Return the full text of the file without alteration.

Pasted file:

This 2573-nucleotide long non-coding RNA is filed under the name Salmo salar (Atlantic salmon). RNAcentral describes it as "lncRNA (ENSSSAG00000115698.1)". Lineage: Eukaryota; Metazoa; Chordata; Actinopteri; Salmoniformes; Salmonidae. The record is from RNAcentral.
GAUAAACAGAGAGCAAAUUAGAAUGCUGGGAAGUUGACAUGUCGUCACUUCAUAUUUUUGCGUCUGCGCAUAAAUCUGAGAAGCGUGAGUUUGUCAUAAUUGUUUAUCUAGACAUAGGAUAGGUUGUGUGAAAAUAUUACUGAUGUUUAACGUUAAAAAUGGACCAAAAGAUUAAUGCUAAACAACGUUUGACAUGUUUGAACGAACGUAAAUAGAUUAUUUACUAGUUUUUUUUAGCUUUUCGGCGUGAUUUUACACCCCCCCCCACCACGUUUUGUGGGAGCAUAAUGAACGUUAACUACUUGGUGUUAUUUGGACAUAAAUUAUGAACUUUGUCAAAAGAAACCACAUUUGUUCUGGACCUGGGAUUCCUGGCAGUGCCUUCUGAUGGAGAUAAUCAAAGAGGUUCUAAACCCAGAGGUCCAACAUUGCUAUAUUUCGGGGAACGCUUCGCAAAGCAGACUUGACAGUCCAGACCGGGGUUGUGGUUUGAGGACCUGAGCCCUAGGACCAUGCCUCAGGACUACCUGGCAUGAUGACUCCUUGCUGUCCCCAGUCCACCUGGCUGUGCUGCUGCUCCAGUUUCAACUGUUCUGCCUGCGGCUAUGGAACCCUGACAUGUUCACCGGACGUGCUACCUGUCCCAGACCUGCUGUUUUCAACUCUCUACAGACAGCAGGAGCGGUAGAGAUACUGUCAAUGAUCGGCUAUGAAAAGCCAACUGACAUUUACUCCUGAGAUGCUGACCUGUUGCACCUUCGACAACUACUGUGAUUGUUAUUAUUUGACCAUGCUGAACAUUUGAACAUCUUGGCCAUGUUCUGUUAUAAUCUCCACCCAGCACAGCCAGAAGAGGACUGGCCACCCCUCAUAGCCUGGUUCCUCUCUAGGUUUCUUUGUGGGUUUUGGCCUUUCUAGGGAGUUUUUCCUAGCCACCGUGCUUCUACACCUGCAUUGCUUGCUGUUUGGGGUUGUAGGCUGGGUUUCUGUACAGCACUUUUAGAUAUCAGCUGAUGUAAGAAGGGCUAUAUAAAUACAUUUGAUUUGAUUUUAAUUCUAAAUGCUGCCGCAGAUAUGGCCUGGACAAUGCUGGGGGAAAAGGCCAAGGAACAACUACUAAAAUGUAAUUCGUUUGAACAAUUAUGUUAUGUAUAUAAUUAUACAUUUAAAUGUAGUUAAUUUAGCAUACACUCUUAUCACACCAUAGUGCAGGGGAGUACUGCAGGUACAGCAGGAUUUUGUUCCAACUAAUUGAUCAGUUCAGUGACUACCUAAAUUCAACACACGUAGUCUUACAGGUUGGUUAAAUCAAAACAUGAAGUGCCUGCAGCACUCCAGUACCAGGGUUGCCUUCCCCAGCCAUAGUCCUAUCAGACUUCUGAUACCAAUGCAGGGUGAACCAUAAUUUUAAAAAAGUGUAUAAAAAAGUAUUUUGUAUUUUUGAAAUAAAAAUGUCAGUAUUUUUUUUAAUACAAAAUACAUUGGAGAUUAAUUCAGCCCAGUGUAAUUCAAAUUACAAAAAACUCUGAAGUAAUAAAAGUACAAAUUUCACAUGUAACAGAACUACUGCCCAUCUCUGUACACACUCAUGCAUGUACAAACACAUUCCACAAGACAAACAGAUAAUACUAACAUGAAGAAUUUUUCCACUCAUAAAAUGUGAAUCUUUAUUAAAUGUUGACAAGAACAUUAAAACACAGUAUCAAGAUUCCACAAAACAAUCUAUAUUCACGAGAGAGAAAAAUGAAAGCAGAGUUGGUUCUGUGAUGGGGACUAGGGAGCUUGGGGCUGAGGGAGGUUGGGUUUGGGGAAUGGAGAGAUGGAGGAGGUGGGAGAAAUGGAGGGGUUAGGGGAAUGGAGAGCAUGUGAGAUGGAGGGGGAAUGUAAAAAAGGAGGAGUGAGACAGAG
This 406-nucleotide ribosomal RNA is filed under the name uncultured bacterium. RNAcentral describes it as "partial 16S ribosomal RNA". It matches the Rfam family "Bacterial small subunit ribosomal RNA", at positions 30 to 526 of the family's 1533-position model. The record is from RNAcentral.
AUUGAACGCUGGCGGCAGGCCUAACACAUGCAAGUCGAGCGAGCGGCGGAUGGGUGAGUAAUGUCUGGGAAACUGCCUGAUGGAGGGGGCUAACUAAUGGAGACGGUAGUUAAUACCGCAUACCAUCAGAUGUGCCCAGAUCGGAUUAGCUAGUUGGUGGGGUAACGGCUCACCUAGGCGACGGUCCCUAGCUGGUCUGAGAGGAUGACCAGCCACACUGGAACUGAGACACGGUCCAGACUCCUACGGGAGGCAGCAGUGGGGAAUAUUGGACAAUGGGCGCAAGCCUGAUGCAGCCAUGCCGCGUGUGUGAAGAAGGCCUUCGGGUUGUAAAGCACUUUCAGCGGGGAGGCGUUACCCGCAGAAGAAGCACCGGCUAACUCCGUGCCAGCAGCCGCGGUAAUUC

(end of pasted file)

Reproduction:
This 2573-nucleotide long non-coding RNA is filed under the name Salmo salar (Atlantic salmon). RNAcentral describes it as "lncRNA (ENSSSAG00000115698.1)". Lineage: Eukaryota; Metazoa; Chordata; Actinopteri; Salmoniformes; Salmonidae. The record is from RNAcentral.
GAUAAACAGAGAGCAAAUUAGAAUGCUGGGAAGUUGACAUGUCGUCACUUCAUAUUUUUGCGUCUGCGCAUAAAUCUGAGAAGCGUGAGUUUGUCAUAAUUGUUUAUCUAGACAUAGGAUAGGUUGUGUGAAAAUAUUACUGAUGUUUAACGUUAAAAAUGGACCAAAAGAUUAAUGCUAAACAACGUUUGACAUGUUUGAACGAACGUAAAUAGAUUAUUUACUAGUUUUUUUUAGCUUUUCGGCGUGAUUUUACACCCCCCCCCACCACGUUUUGUGGGAGCAUAAUGAACGUUAACUACUUGGUGUUAUUUGGACAUAAAUUAUGAACUUUGUCAAAAGAAACCACAUUUGUUCUGGACCUGGGAUUCCUGGCAGUGCCUUCUGAUGGAGAUAAUCAAAGAGGUUCUAAACCCAGAGGUCCAACAUUGCUAUAUUUCGGGGAACGCUUCGCAAAGCAGACUUGACAGUCCAGACCGGGGUUGUGGUUUGAGGACCUGAGCCCUAGGACCAUGCCUCAGGACUACCUGGCAUGAUGACUCCUUGCUGUCCCCAGUCCACCUGGCUGUGCUGCUGCUCCAGUUUCAACUGUUCUGCCUGCGGCUAUGGAACCCUGACAUGUUCACCGGACGUGCUACCUGUCCCAGACCUGCUGUUUUCAACUCUCUACAGACAGCAGGAGCGGUAGAGAUACUGUCAAUGAUCGGCUAUGAAAAGCCAACUGACAUUUACUCCUGAGAUGCUGACCUGUUGCACCUUCGACAACUACUGUGAUUGUUAUUAUUUGACCAUGCUGAACAUUUGAACAUCUUGGCCAUGUUCUGUUAUAAUCUCCACCCAGCACAGCCAGAAGAGGACUGGCCACCCCUCAUAGCCUGGUUCCUCUCUAGGUUUCUUUGUGGGUUUUGGCCUUUCUAGGGAGUUUUUCCUAGCCACCGUGCUUCUACACCUGCAUUGCUUGCUGUUUGGGGUUGUAGGCUGGGUUUCUGUACAGCACUUUUAGAUAUCAGCUGAUGUAAGAAGGGCUAUAUAAAUACAUUUGAUUUGAUUUUAAUUCUAAAUGCUGCCGCAGAUAUGGCCUGGACAAUGCUGGGGGAAAAGGCCAAGGAACAACUACUAAAAUGUAAUUCGUUUGAACAAUUAUGUUAUGUAUAUAAUUAUACAUUUAAAUGUAGUUAAUUUAGCAUACACUCUUAUCACACCAUAGUGCAGGGGAGUACUGCAGGUACAGCAGGAUUUUGUUCCAACUAAUUGAUCAGUUCAGUGACUACCUAAAUUCAACACACGUAGUCUUACAGGUUGGUUAAAUCAAAACAUGAAGUGCCUGCAGCACUCCAGUACCAGGGUUGCCUUCCCCAGCCAUAGUCCUAUCAGACUUCUGAUACCAAUGCAGGGUGAACCAUAAUUUUAAAAAAGUGUAUAAAAAAGUAUUUUGUAUUUUUGAAAUAAAAAUGUCAGUAUUUUUUUUAAUACAAAAUACAUUGGAGAUUAAUUCAGCCCAGUGUAAUUCAAAUUACAAAAAACUCUGAAGUAAUAAAAGUACAAAUUUCACAUGUAACAGAACUACUGCCCAUCUCUGUACACACUCAUGCAUGUACAAACACAUUCCACAAGACAAACAGAUAAUACUAACAUGAAGAAUUUUUCCACUCAUAAAAUGUGAAUCUUUAUUAAAUGUUGACAAGAACAUUAAAACACAGUAUCAAGAUUCCACAAAACAAUCUAUAUUCACGAGAGAGAAAAAUGAAAGCAGAGUUGGUUCUGUGAUGGGGACUAGGGAGCUUGGGGCUGAGGGAGGUUGGGUUUGGGGAAUGGAGAGAUGGAGGAGGUGGGAGAAAUGGAGGGGUUAGGGGAAUGGAGAGCAUGUGAGAUGGAGGGGGAAUGUAAAAAAGGAGGAGUGAGACAGAG
This 406-nucleotide ribosomal RNA is filed under the name uncultured bacterium. RNAcentral describes it as "partial 16S ribosomal RNA". It matches the Rfam family "Bacterial small subunit ribosomal RNA", at positions 30 to 526 of the family's 1533-position model. The record is from RNAcentral.
AUUGAACGCUGGCGGCAGGCCUAACACAUGCAAGUCGAGCGAGCGGCGGAUGGGUGAGUAAUGUCUGGGAAACUGCCUGAUGGAGGGGGCUAACUAAUGGAGACGGUAGUUAAUACCGCAUACCAUCAGAUGUGCCCAGAUCGGAUUAGCUAGUUGGUGGGGUAACGGCUCACCUAGGCGACGGUCCCUAGCUGGUCUGAGAGGAUGACCAGCCACACUGGAACUGAGACACGGUCCAGACUCCUACGGGAGGCAGCAGUGGGGAAUAUUGGACAAUGGGCGCAAGCCUGAUGCAGCCAUGCCGCGUGUGUGAAGAAGGCCUUCGGGUUGUAAAGCACUUUCAGCGGGGAGGCGUUACCCGCAGAAGAAGCACCGGCUAACUCCGUGCCAGCAGCCGCGGUAAUUC